Fine Gael admits tax evasion over period of 9 years
Fine Gael faces major political embarrassment after admitting giving £120,000 in illegal under-the-counter cash payments to its staff over a nine year period.
The party leader Mr Michael Noonan revealed details of the payments at Leinster House last night in response to a series of press queries on the matter in recent days.
Fine Gael paid £111,110 to the Revenue in 1999 in respect of unpaid PAYE and PRSI, interest and penalties arising from the payments. However the Revenue Commissioners may yet seek to impose further penalties, although Fine Gael insists it has made a full and final settlement.
The cash payments were made in respect of staff overtime, Christmas bonuses and payments to temporary workers.
Mr Noonan said last night the practice was stopped by former Fine Gael General Secretary Mr Jim Miley shortly after he was appointed to that position in 1995. However, a former Fine Gael staff member said last night that he had received a significant cash payment in 1997 in respect of work done during the general election campaign of that year.
Mr Noonan claimed the party disclosed the payments voluntarily to the Revenue Commissioners in 1999. However, in a statement the party admitted that the Revenue Commissioners dispute this, and say they had begun to investigate Fine Gael before the party revealed the payments.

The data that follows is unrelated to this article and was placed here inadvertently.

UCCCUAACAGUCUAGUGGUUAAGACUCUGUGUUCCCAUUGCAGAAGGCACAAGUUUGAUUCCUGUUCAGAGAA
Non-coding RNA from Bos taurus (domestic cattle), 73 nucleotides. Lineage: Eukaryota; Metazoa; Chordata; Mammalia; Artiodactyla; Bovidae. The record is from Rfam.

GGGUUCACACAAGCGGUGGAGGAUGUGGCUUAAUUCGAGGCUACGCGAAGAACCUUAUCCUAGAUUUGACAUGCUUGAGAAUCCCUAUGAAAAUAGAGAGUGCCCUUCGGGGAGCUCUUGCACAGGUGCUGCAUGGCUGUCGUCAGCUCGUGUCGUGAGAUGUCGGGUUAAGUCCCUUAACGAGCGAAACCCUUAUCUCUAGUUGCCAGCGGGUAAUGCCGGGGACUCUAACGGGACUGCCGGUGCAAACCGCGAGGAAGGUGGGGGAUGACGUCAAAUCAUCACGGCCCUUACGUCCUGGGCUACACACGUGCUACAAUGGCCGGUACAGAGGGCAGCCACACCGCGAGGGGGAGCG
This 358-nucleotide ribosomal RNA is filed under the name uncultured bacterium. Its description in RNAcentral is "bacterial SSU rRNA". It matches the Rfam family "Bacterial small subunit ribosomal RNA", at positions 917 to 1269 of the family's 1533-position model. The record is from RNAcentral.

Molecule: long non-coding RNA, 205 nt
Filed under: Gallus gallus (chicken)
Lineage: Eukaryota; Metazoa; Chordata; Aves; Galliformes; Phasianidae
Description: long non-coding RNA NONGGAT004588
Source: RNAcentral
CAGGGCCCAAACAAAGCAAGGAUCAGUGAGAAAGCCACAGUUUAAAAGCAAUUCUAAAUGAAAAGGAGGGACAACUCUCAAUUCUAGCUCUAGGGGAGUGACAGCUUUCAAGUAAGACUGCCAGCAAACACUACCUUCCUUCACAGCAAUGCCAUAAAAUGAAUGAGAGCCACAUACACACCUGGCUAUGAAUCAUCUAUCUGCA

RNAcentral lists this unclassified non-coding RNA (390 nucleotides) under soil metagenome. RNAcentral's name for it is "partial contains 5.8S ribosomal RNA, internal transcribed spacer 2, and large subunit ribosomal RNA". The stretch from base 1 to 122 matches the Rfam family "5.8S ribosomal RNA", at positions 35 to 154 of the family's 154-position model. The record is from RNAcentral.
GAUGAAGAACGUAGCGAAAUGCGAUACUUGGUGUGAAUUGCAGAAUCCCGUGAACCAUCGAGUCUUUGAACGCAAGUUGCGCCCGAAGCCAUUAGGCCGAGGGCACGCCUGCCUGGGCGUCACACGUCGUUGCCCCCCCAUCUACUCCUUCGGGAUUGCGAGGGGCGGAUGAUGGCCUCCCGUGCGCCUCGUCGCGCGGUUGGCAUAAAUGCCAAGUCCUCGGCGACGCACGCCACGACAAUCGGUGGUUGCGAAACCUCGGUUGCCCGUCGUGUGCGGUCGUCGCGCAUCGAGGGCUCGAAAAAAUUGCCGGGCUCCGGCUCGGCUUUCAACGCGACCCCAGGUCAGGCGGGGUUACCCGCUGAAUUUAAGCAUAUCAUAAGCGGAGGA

The party also revealed that it had received £90,000 worth of "pick-me-up" payments from supporters in 1989, 1994 and 1995.
This is the mechanism whereby goods and services are supplied to political parties but are paid for by party supporters or their companies. The companies can then claim these payments as business expenses, although this practice is illegal.
Fine Gael revealed details of these payments to the Revenue in July 1998 after the Revenue had told the party it was investigating the matter. Other political parties have had similar contact with the Revenue Commissioners in relation to the operation of this system.
The news of the illegal cash payments represents the second major financial embarrassment from the recent past to hit Mr Noonan since he became party leader in February. In March it emerged that a company with a 40 per cent stake in Esat had given Fine Gael $50,000 within three months of Fine Gael Minister Mr Michael Lowry's award of the State's second mobile phone licence to Esat.